Academic journal article The Public Manager

Getting to the Bottom Line in Local Government: How San Diego County's Health and Human Services Agency Uses Decision Support Techniques to Help Agency Executives Make Better Decisions All Around

Academic journal article The Public Manager

Getting to the Bottom Line in Local Government: How San Diego County's Health and Human Services Agency Uses Decision Support Techniques to Help Agency Executives Make Better Decisions All Around

Article excerpt

This is a story of what one very complex local agency, part of one of the largest county governments in the United States, did in order to enhance the effectiveness of its operations and to position itself for the future. The County of San Diego Health and Human Services Agency (HHSA or the agency) has created a decision support division, unique in government, particularly local government--the Strategic Planning and Evaluation (SPE) unit--that provides a wide range of strategic management and accountability services.

Why the imperative to do this at the local level? Improving public decision making is absolutely essential, especially in a time of resource constraints. Local government is being hit hard by state budget crises, and in California, the budget gap by current estimates is enormous--$38 billion. At the same time, and appropriately so, the public at large expects government agencies to be responsible stewards of public monies and accountable to community needs. Spurred by a unique and complex organizational structure in HHSA, SPE was created and is a model for meeting executive needs for decision support. Its purpose is to create a competitive advantage for the agency through strategic planning, results-oriented management, and accountability.

It Happened by Necessity: The Agency's Complexity

In 1996, the Board of Supervisors approved the merging of several county organizations into a single agency. HHSA was created, integrating all social services, health, and behavioral health services, and the agency delivers these services through six geographic service delivery areas or regions. Today, the agency has: a budget of $1.7 billion; about 300 discrete programs; more than 6,000 employees; six regions, four centralized operating divisions, seven support divisions; and a 20-member executive team.

The primary goals of the agency redesign were to integrate services and to manage the delivery of these services through geographic service delivery regions that would better meet the diverse needs of all county residents. To the extent possible, a "seamless service network" was to be created, in which services are family-focused and tailored to regional or community needs, whether these services are delivered directly or by contractors. In addition, the redesign was intended to increase service capacity, reduce internal administrative costs, and help the agency become outcomes driven.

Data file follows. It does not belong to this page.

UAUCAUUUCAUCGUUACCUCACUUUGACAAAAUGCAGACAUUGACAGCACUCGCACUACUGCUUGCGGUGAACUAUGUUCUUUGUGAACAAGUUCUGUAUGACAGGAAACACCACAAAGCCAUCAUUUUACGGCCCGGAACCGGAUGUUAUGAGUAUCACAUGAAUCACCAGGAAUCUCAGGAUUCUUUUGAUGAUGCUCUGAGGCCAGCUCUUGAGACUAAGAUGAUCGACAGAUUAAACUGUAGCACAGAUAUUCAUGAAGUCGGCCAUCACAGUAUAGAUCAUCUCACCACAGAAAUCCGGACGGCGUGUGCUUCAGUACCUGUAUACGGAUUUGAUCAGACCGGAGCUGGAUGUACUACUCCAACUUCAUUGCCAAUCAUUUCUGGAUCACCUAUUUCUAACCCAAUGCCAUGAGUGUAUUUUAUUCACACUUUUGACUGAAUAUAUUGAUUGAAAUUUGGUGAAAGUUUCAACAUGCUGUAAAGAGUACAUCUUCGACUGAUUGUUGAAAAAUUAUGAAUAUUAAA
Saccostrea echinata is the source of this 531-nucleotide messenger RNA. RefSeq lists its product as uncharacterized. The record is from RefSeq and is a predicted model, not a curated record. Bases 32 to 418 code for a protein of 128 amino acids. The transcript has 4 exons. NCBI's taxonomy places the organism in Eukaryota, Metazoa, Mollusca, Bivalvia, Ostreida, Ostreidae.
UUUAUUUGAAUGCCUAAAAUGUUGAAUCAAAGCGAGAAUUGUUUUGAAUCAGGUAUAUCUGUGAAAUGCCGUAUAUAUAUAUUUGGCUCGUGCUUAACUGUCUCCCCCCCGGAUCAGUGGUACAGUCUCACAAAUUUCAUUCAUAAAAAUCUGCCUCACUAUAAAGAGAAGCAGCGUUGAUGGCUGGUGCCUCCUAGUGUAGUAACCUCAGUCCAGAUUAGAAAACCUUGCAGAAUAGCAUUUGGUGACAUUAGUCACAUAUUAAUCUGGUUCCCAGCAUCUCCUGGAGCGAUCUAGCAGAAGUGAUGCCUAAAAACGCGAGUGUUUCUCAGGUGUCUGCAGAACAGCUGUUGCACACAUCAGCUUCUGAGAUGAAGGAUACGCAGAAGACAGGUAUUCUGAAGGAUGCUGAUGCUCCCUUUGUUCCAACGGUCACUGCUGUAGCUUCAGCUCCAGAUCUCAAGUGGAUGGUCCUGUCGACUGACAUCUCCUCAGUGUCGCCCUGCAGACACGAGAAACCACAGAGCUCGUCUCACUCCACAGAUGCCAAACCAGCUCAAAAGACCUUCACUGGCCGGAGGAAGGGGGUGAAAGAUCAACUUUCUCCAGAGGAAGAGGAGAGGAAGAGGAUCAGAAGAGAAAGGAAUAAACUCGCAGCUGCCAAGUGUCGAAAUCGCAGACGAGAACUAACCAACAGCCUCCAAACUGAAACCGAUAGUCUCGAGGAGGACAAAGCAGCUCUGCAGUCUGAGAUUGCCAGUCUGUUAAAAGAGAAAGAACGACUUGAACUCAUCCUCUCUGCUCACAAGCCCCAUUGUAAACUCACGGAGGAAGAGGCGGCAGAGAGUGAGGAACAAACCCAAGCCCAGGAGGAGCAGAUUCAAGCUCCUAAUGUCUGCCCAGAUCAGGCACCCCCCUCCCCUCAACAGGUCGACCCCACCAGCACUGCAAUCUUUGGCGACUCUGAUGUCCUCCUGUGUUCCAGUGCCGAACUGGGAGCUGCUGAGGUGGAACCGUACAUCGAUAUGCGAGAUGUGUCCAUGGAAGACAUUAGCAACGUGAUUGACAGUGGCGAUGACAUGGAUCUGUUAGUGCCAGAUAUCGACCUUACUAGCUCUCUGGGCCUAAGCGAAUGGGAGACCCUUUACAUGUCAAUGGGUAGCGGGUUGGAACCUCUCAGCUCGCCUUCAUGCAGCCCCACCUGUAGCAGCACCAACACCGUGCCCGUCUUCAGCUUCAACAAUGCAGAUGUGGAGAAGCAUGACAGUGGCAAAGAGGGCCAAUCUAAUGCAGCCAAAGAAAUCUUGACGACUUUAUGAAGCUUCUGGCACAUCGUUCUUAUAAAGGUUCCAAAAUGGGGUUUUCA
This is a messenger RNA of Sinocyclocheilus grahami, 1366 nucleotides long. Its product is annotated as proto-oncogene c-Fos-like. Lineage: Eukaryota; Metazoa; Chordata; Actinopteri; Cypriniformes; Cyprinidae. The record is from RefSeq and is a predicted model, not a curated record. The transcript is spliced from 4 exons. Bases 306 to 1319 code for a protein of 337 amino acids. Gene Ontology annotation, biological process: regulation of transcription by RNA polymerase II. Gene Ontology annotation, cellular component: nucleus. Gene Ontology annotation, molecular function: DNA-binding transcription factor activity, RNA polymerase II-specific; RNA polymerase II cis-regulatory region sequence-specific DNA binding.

The redesign was as unique as it was expansive in scope, particularly given the diversity of services for which the agency was responsible. Now, most agency services are delivered through six regions, each of which is managed by a regional general manager who has enormous responsibilities not only to ensure effective delivery of a wide range of services but also to nurture and sustain connections with the community.

As a whole, the agency is organized as a matrix model in which programs are managed across the six regions. The 20-member executive team is comprised not only of the regional managers, but also program or division directors (for example, a public health officer, and directors of children and adult mental health). Also, each of the regional managers serves multiple roles--as leads for individual programs (in effect, program managers) in addition to overseeing the integrated operations of their respective region. Finally, individual programs vary in the degree to which they are regionalized--with some services, such as senior services, managed more centrally for a variety of reasons, including the preferences of advocates for the senior and disabled populations. As a result, the agency is best described as a hybrid form of the matrix model, posing considerable management challenges.

The agency's current director is an advocate of integrated services with a Ph.D. in clinical psychology who most recently served as director of the Alameda County Social Services Agency. …

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